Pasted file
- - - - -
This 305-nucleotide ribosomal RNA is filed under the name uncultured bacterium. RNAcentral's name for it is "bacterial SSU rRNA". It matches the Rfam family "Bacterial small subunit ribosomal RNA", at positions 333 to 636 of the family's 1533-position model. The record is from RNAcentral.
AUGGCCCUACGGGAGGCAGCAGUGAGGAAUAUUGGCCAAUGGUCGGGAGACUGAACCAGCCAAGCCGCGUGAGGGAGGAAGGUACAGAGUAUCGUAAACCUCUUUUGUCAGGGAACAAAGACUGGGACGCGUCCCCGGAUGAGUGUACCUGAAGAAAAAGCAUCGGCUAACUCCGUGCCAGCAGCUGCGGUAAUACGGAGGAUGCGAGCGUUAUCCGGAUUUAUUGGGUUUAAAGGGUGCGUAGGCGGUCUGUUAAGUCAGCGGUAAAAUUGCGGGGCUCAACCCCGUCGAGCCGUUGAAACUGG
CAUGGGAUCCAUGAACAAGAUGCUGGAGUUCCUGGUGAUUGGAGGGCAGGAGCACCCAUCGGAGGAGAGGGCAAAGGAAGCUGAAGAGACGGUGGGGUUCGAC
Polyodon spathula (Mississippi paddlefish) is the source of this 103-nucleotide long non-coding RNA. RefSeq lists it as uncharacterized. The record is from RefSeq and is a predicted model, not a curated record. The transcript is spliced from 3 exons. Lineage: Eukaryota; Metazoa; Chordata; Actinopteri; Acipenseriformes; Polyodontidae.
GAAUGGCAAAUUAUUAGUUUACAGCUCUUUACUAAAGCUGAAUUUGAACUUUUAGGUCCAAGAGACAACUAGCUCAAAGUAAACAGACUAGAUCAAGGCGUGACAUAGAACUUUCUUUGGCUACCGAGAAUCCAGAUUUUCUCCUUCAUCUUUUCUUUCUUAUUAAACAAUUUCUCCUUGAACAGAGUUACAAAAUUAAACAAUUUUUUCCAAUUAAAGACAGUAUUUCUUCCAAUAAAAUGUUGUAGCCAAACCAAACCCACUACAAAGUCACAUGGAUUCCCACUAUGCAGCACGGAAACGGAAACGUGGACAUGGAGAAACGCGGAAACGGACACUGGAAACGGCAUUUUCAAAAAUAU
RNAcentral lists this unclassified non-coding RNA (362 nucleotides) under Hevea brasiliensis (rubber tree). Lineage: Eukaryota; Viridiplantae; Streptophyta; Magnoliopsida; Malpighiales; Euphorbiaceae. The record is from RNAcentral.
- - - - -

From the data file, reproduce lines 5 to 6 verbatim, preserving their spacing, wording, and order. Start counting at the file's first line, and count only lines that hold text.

GAAUGGCAAAUUAUUAGUUUACAGCUCUUUACUAAAGCUGAAUUUGAACUUUUAGGUCCAAGAGACAACUAGCUCAAAGUAAACAGACUAGAUCAAGGCGUGACAUAGAACUUUCUUUGGCUACCGAGAAUCCAGAUUUUCUCCUUCAUCUUUUCUUUCUUAUUAAACAAUUUCUCCUUGAACAGAGUUACAAAAUUAAACAAUUUUUUCCAAUUAAAGACAGUAUUUCUUCCAAUAAAAUGUUGUAGCCAAACCAAACCCACUACAAAGUCACAUGGAUUCCCACUAUGCAGCACGGAAACGGAAACGUGGACAUGGAGAAACGCGGAAACGGACACUGGAAACGGCAUUUUCAAAAAUAU
RNAcentral lists this unclassified non-coding RNA (362 nucleotides) under Hevea brasiliensis (rubber tree). Lineage: Eukaryota; Viridiplantae; Streptophyta; Magnoliopsida; Malpighiales; Euphorbiaceae. The record is from RNAcentral.